To an enthralled audience, he described the battle and his wounds and how another soldier who had played dead finally panicked and tried to run and immediately was slain. He described those three excruciating days of limping and crawling. "After dark I was a good deal annoyed by the wolves who had scented my blood," Clark reported.

Clark died five years after the battle, in 1840. He was 28.

Laumer became obsessed with Clark. "Here was a man who epitomized the American folk hero: self-reliant, imbued with the intelligent stubbornness that is commonly referred to as courage, and utterly incapable of giving up," Laumer once wrote.

The idea of exhuming Clark's body appealed to him.

What if the remains showed no evidence of injury? It would suggest that Clark lied or exaggerated his wounds. If he lied about his wounds, maybe his other stories about the battle were questionable.

But he didn't know where Clark was buried.

Studying miles of military microfilm, he discovered that Ransom Clark had been born in Greigsville, a small town in New York near Syracuse. Could he have been buried in Greigsville? A historian wrote him, "Yes, we have a Ransom Clark in our cemetery." Laumer arranged to have a photo taken of the gravestone.

Ransom Clark died Nov. 18, 1840. Aged 28 and 3 months.

Laumer wanted to fly immediately to New York and dig up the grave. Alas, laws prevent grave robbing. Instead, he hired an attorney to look into it. Two years passed before the attorney persuaded a judge that the public would be served by knowing more about an important historic figure.

Laumer beams when he remembers digging up Clark on Dec. 6, 1977. It was 22 degrees. Snow was falling. The shovel made a clicking sound when it hit bone.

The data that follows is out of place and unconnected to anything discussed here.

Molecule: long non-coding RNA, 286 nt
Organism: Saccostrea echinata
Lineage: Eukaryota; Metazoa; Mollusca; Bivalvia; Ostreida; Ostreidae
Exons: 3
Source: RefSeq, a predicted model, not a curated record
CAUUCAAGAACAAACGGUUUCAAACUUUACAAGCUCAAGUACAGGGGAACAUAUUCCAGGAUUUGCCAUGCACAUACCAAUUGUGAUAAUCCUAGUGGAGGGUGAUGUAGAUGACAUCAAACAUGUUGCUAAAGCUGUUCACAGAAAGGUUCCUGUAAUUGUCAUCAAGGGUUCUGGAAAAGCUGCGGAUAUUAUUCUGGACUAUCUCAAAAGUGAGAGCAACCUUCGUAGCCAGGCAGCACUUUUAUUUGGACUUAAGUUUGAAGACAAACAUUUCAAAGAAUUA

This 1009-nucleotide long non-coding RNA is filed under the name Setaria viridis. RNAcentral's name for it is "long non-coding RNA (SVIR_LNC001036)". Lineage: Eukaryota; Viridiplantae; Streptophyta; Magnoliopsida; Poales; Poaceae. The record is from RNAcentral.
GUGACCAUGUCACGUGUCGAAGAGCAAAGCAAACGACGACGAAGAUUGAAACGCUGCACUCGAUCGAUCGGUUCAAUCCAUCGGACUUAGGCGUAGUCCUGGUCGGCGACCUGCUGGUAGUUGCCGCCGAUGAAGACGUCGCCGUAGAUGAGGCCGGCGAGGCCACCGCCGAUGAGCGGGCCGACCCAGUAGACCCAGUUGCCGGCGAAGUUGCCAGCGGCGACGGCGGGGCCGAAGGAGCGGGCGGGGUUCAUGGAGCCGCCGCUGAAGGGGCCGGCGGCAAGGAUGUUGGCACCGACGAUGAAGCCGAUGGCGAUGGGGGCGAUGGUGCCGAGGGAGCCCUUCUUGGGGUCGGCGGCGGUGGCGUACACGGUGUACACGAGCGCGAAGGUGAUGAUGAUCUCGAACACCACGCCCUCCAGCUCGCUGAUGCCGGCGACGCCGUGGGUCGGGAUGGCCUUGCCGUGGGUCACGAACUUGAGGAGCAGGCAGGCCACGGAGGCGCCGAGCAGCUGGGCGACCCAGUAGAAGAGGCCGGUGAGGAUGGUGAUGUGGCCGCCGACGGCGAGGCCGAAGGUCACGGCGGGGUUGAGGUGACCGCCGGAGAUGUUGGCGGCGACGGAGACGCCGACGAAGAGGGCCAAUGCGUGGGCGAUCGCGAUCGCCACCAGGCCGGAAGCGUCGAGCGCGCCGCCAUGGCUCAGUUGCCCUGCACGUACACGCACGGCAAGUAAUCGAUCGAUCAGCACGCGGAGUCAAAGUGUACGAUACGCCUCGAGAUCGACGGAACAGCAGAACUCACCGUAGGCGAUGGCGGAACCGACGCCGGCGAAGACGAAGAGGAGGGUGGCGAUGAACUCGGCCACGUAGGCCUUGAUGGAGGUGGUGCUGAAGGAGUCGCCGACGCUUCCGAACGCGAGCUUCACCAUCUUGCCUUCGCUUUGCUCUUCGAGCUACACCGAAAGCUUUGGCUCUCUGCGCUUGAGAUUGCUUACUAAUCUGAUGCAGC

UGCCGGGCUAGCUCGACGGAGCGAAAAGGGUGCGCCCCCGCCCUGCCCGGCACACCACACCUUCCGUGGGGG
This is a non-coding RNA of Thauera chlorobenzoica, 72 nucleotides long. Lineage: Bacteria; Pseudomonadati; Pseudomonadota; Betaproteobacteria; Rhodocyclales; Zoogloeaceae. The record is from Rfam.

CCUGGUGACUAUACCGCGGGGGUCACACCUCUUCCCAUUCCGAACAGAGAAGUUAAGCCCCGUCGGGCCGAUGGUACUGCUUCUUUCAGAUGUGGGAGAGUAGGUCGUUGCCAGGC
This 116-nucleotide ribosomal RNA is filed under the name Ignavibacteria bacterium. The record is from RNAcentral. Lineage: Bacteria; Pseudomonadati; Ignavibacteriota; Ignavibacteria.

"He had very good teeth at a time when people lost their teeth early. We couldn't find the wound in his head; we think the bullet must have just winged him. But the other wounds were terrible, and just as he described them. The wound in his shoulder - jagged, broken bone - looked like it had never healed. My pathologist wondered if he had died from an infection."

Laumer grasped the skull and examined the sockets that once had held blue eyes that watched as the enraged Seminoles who wanted to kill him drew closer.

The bones, fascinating as they were, didn't answer all his questions.

What was the source of that courage?

What did Ransom Clark dream?

The incomplete history

In 1995, Laumer published his opus, Dade's Last Command. Hailed by historians, the book helped him win the prestigious D.B. McKay Award from the University of Tampa. Laumer may be an amateur, but he tried to dot every "i." His book contains nearly 100 pages of footnotes. At the same time, the book is gracefully written and tells a good story.

But now, standing in his office, looking out the window, he is sure that his history book, no matter how good, might somehow be incomplete.

"I am sure that Ransom Clark has a great-great-great-great-granddaughter somewhere who has a truckload of his mementos," Laumer says. "I am bound to find them if I don't give up. You have to wonder what I'd find out about him if I had his mementos."

Facts, of course, don't always reveal the whole truth.

Laumer recently typed the words "The End" on the last page of a novel. "I used the bones of fact but fleshed out the story with fiction," he says.

The name of the novel is Nobody's Hero. It is about Ransom Clark.

Laumer is looking for a publisher.

- Jeff Klinkenberg can be reached at 727 893-8727 or klink@sptimes.com

On the Internet: Dade Battlefield Historic State Park, www.floridastateparks.org/

dadebattlefield/default.cfm.

[Last modified December 22, 2005, 09:27:09]